Alicia Dean lives in Edmond, Oklahoma. She writes suspense and paranormal romance and is a freelance editor, as well as an editor for The Wild Rose Press (as Ally Robertson). Find her at…Website: www.AliciaDean.com Twitter: @Alicia_Dean_ Facebook: Alicia Dean

14 thoughts on “Why POV (Point of View) Matters

  • Great advice! When I received my first rounds of edits for my debut story, I had a lot of POV issues as well as other issues. LOL But now I’m more POV aware. Though the occasional thing still slips through. My CPs are great at catching them though. 🙂

  • Good post. The deeper the writer goes into the thoughts of the character, the more the reader can identify with that character. Headhopping is jarring, making the reader unsure who to identify with–hence, reading superficially.

  • Well, and extremely well said. Keeping in one character’s POV for the scene allows the reader to connect with the character. If you head hop you lose the opportunity for the reader to deeply attach to that character. Great post!

  • Great post! And great advice! I was reading a book the other day, and within the first two pages, we were in the head of three or four different characters. I got frustrated just that quickly and put it aside.

  • Good post, Alicia. I think we all start out head hopping, not realizing we’re doing it until a CP or editor points it out. It seems so much easier for me now than it did in the beginning. And yes, I do see a lot of head hopping in the older works of popular authors. I don’t think it was so frowned upon years ago.

  • Super post. Wish I’d read it before I submitted my short story to you. In fact, wish I’d had this article in front of me before my novel came out … way back in 1996! This is a keeper, Alicia. Printing, hanging it over my desk. 🙂 And this blog is one I’ll come back to over and over again. I’ve read all the posts and learned so much. Thanks gang!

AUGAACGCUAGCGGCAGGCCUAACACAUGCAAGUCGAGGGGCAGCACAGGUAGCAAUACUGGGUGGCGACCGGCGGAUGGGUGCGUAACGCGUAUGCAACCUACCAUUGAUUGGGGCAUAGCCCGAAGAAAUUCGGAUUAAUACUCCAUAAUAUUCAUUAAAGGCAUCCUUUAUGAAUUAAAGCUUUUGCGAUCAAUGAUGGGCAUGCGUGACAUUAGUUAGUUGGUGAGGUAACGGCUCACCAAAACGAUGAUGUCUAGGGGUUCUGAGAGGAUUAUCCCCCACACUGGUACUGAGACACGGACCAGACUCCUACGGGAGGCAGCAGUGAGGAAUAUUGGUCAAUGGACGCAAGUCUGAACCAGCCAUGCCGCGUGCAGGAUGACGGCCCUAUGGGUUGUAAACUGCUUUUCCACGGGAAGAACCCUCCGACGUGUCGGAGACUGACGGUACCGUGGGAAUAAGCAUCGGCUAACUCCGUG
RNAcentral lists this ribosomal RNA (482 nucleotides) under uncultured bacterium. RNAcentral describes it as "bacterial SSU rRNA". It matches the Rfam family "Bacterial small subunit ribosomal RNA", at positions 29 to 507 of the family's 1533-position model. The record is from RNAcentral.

• Yes, Callie. I’d hate to read my first novel. No telling how many POV switches I made. 🙂

    Thanks, Jess. I’m flattered. I’m so glad you found this blog helpful. Your Christmas short story only had a few minor instances of POV issues. I haven’t read the other…plan to very soon, but I’m sure it’s great. I love the plot!

  • Excellent advice, Alicia! POV mistakes or lack of control is my 2nd personal pet peeve as an editor. Lack of SHOW vs TELL is my 1st. There is so much that can be said and SHOWED if a writer will just take the time to use their words. 🙂

  • Such good examples, Alicia. I’ve been working on ‘deeper’ POV. I’m reading a lovely book right now, but a number of times when in the hero’s POV, the author describes him as huge and muscular. It’s disconcerting. Not enough to make me want to put it down, but yikes. I also recently finished a novel where there was an over use of proper nouns. When in the hero’s POV, for example, his mother was referred to by her first name and, frankly, so was he at times when he was the only one in the scene. So much to think about! Thank you for the great post,
    -R.T. Wolfe
    Black Creek Burning (Crimson Romance, 2012)

  • Absolutely true and so very helpful! It always mortifies me when a crit partner points out a “head hop” in my work. The good news is, with the aid of fantastic, knowledgeable advice like yours, the mistakes become easier to recognize and avoid.

  • Great post! I really liked the examples, too. You are so right about head hopping being “jarring.” As a reader, I like to be with one character for a while before getting into another one’s head. Thanks for sharing! 🙂

  • Thanks, ladies. I appreciate the comments and so glad you agree. I’ve critiqued and edited for many of you, and I’m so happy you don’t want to argue if I suggest you fix a head hopping issue (Not that any of YOU do it, but it’s nice to know you would change it if you did )